Amid questions on the ability of Covishield to protect people against the Omicron variant, Serum Institute of India’s chief Adar Poonawalla has said that scientists at Oxford are analyzing the vaccine’s efficacy and that a booster shot is being mulled just for the new variant.
“Scientists at Oxford are also continuing their research, and based on their findings, we may come out with a new vaccine which would act as a booster in six months’ time. Based on the research, we would know about the third and the fourth dose for us all,” Poonawalla told a reputed media house.
Pointing to a new Lancet study which said that Covishield remained effective against moderate-to-severe COVID-19 and had 63 per cent efficient against the virus in fully vaccinated people during the surge of the Delta variant in India, Poonawalla said there is little chance that this efficacy would reduce with time.
He said the company has enough stock if the government announces a booster dose.
“We have hundreds of millions of stock in our campus. We have over 200 million doses reserved for states and Union territories in India. So, if the government is to announce a booster dose, we are well stocked,” he said, adding that the booster shot will be available at the same price.
He, however, said that the current priority should be to provide the first and second doses to the unvaccinated population.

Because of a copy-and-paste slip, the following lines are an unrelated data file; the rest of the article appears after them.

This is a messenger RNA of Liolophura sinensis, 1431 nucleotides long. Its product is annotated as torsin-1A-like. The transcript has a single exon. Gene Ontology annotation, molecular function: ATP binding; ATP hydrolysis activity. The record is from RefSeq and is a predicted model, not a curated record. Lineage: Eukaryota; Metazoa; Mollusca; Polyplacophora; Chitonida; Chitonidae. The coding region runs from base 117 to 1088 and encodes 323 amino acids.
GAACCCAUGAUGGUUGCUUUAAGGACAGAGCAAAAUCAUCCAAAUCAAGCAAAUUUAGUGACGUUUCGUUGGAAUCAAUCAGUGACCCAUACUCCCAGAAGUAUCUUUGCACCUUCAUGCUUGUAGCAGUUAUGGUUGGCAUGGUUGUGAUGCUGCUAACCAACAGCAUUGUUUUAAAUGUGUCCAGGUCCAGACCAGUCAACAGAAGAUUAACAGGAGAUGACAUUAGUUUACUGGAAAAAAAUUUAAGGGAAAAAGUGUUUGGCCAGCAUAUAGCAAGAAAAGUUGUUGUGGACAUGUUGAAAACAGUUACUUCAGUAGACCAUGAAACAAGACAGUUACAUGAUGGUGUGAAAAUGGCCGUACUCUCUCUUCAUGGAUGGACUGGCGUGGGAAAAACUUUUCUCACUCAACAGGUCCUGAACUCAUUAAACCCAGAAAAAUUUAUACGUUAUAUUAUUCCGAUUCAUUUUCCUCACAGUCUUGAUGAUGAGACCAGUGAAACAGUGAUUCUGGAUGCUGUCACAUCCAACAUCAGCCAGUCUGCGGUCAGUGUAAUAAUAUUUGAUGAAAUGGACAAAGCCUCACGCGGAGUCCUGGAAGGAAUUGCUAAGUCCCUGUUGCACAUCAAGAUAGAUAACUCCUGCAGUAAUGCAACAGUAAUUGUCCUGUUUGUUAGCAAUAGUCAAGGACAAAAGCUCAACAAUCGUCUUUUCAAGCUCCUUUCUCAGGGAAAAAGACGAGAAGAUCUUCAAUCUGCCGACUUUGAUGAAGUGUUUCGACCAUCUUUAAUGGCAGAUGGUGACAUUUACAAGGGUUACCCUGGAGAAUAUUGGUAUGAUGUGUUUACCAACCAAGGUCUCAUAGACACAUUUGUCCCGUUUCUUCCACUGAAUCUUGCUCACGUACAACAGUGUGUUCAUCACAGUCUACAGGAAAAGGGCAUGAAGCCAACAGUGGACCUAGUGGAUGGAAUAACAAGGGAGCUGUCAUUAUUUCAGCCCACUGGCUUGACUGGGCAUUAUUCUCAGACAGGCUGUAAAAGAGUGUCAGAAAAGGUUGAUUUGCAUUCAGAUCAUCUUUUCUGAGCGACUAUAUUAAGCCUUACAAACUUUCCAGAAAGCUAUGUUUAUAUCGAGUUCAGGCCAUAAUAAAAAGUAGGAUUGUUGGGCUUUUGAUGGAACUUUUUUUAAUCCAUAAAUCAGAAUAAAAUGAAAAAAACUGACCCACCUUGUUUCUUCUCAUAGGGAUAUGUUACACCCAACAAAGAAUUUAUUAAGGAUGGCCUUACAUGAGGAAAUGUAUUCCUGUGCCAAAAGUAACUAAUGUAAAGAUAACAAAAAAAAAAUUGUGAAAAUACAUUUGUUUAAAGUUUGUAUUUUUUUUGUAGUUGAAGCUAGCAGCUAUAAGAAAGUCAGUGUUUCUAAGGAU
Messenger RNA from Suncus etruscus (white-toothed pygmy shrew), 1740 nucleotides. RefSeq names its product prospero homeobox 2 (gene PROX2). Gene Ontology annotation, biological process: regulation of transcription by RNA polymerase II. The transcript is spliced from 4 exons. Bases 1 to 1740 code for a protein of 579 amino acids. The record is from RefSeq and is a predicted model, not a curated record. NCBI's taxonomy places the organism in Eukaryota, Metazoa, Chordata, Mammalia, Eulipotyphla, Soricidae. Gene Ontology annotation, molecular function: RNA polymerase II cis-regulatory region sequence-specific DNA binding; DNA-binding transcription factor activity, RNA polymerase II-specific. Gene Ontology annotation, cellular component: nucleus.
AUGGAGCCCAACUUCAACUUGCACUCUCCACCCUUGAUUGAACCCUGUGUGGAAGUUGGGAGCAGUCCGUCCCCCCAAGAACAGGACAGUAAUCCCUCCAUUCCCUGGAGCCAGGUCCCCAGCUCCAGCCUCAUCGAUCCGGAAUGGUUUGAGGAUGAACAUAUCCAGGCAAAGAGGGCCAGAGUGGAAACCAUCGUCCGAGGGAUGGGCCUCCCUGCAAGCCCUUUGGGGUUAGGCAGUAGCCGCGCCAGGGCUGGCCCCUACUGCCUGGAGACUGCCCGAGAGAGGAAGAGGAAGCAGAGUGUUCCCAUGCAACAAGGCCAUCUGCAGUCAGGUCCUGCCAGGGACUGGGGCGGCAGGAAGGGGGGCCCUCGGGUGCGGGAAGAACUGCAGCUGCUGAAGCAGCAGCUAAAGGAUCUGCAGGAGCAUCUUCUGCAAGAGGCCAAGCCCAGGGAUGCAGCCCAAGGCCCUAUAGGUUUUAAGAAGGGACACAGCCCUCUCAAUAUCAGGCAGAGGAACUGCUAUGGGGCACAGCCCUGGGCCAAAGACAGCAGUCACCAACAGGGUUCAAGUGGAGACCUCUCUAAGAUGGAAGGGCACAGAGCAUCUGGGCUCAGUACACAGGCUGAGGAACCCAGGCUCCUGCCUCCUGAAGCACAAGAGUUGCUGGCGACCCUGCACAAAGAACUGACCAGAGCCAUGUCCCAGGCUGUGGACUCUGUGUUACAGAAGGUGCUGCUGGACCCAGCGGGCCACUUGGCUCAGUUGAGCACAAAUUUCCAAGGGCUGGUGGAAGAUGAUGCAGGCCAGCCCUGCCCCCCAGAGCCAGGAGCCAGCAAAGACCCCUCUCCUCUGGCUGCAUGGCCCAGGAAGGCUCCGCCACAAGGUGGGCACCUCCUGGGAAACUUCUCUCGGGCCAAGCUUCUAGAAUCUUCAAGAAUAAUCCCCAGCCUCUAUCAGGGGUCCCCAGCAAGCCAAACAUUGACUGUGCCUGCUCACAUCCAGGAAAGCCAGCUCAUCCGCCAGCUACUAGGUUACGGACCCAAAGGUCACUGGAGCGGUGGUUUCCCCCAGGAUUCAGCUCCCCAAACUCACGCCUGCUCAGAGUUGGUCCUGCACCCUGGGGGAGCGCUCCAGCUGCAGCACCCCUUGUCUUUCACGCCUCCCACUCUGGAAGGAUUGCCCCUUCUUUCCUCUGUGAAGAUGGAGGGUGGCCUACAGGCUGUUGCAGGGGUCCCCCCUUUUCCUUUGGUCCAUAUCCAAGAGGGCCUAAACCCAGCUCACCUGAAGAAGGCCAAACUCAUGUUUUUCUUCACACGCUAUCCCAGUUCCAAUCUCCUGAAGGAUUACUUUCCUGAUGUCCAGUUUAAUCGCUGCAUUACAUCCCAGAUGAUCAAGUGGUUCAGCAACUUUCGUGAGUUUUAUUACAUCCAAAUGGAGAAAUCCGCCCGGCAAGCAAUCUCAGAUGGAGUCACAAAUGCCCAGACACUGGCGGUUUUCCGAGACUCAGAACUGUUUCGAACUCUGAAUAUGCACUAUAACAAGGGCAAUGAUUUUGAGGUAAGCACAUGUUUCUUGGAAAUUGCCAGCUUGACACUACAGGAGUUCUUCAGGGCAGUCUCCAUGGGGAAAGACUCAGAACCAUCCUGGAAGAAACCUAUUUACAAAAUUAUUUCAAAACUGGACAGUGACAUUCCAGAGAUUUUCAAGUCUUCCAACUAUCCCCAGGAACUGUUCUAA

“The message for all – and a priority – is for everyone to get the two doses of the vaccine. This is the first step to stay protected. It is only after that that one can enhance that safety with boosters over the next year…The focus of the government must remain to get everyone double vaccinated,” he said.
While India has not reported any cases of the Omicron variant, the Centre on Tuesday issued a new set of rules for international travelers, effective from midnight. As per the new rules, passengers from ‘at-risk’ countries like South Africa, Israel, Botswana, Hong Kong and Australia among others, will be tested for COVID on arrival and undergo home quarantine for seven days if they test negative. Positive individuals will be isolated and treated and their samples will be sent to INSACOG laboratories for genome sequencing. The contacts of these patients will be traced for 14 days.
The list of ‘at risk’ countries include South Africa, all European countries, United Kingdom, Brazil, Bangladesh, Botswana, China, Mauritius, New Zealand, Zimbabwe, Singapore, Hong Kong and Israel.